Translating infection control guidelines into practice: Implementation process within a health care institution

Victoria H. Raveis, Laurie J. Conway, Mayuko Uchida, Monika Pogorzelska-Maziarz, Elaine L. Larson, Patricia W. Stone

Research output: Contribution to journalArticlepeer-review


Health-care-associated infections (HAIs) remain a major patient safety problem even as policy and programmatic efforts designed to reduce HAIs have increased. Although information on implementing effective infection control (IC) efforts has steadily grown, knowledge gaps remain regarding the organizational elements that improve bedside practice and accommodate variations in clinical care settings. We conducted in-depth, semistructured interviews in 11 hospitals across the United States with a range of hospital personnel involved in IC (n = 116). We examined the collective nature of IC and the organizational elements that can enable disparate groups to work together to prevent HAIs. Our content analysis of participants' narratives yielded a rich description of the organizational process of implementing adherence to IC. Findings document the dynamic, fluid, interactional, and reactive nature of this process. Three themes emerged: implementing adherence efforts institution-wide, promoting an institutional culture to sustain adherence, and contending with opposition to the IC mandate.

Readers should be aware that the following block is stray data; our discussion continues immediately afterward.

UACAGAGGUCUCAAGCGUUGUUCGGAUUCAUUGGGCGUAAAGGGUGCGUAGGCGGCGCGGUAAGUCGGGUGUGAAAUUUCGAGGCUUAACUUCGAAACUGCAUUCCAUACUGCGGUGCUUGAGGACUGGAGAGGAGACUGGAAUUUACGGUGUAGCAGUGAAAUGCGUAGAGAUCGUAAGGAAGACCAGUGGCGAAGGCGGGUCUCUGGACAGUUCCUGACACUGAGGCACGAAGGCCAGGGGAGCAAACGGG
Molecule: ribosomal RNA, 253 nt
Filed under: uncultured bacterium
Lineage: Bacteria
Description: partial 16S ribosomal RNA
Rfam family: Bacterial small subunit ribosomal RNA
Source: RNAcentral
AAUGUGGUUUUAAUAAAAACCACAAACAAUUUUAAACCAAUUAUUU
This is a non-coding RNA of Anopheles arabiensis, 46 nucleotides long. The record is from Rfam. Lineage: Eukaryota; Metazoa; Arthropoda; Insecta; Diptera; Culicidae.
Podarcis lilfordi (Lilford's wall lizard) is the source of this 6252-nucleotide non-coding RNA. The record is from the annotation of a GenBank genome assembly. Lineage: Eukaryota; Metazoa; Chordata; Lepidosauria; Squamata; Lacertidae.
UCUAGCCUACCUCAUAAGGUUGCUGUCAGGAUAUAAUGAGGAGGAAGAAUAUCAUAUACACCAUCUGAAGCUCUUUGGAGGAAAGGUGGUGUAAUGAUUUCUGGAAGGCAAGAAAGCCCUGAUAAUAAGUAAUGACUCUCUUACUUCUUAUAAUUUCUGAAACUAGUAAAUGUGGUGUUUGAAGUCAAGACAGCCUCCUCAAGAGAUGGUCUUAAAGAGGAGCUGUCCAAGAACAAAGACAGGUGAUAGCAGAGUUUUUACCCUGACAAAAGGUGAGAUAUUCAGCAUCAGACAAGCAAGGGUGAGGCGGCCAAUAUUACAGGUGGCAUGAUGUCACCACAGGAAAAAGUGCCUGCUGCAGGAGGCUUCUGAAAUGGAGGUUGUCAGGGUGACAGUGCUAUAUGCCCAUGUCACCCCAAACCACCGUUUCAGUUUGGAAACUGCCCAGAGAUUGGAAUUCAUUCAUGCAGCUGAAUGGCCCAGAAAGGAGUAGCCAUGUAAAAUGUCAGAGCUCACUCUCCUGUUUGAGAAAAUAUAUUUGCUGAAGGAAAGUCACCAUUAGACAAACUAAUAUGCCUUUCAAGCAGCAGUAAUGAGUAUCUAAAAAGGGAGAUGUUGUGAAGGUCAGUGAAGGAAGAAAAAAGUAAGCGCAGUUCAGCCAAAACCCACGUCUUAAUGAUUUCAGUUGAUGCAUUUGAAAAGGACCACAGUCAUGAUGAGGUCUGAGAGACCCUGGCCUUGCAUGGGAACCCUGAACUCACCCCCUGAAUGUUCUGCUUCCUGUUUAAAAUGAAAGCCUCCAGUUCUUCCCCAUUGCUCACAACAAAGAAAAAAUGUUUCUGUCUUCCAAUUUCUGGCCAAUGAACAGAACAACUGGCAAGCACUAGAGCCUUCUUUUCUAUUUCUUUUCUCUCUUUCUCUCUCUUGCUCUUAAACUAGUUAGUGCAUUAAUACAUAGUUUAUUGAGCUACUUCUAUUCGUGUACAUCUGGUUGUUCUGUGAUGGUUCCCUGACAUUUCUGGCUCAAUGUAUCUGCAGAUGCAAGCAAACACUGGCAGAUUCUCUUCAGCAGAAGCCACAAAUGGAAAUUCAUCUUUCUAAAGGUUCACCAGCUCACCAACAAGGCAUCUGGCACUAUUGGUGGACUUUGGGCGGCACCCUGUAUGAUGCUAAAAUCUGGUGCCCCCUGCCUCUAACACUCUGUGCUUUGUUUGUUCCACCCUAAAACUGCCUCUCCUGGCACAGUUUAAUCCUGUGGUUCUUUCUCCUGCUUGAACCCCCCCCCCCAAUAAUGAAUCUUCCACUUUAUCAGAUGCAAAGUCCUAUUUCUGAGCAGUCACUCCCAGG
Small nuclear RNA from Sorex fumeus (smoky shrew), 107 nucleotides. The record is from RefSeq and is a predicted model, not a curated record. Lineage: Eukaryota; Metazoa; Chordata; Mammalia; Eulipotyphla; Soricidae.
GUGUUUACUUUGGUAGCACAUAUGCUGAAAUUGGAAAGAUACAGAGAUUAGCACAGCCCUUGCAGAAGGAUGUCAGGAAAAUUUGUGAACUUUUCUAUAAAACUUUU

Original languageEnglish (US)
Pages (from-to)551-560
Number of pages10
JournalQualitative Health Research
Issue number4
StatePublished - Apr 2014


  • content analysis
  • health care, culture of
  • illness and disease, infectious
  • quality improvement
  • safety, patient

ASJC Scopus subject areas

  • Public Health, Environmental and Occupational Health


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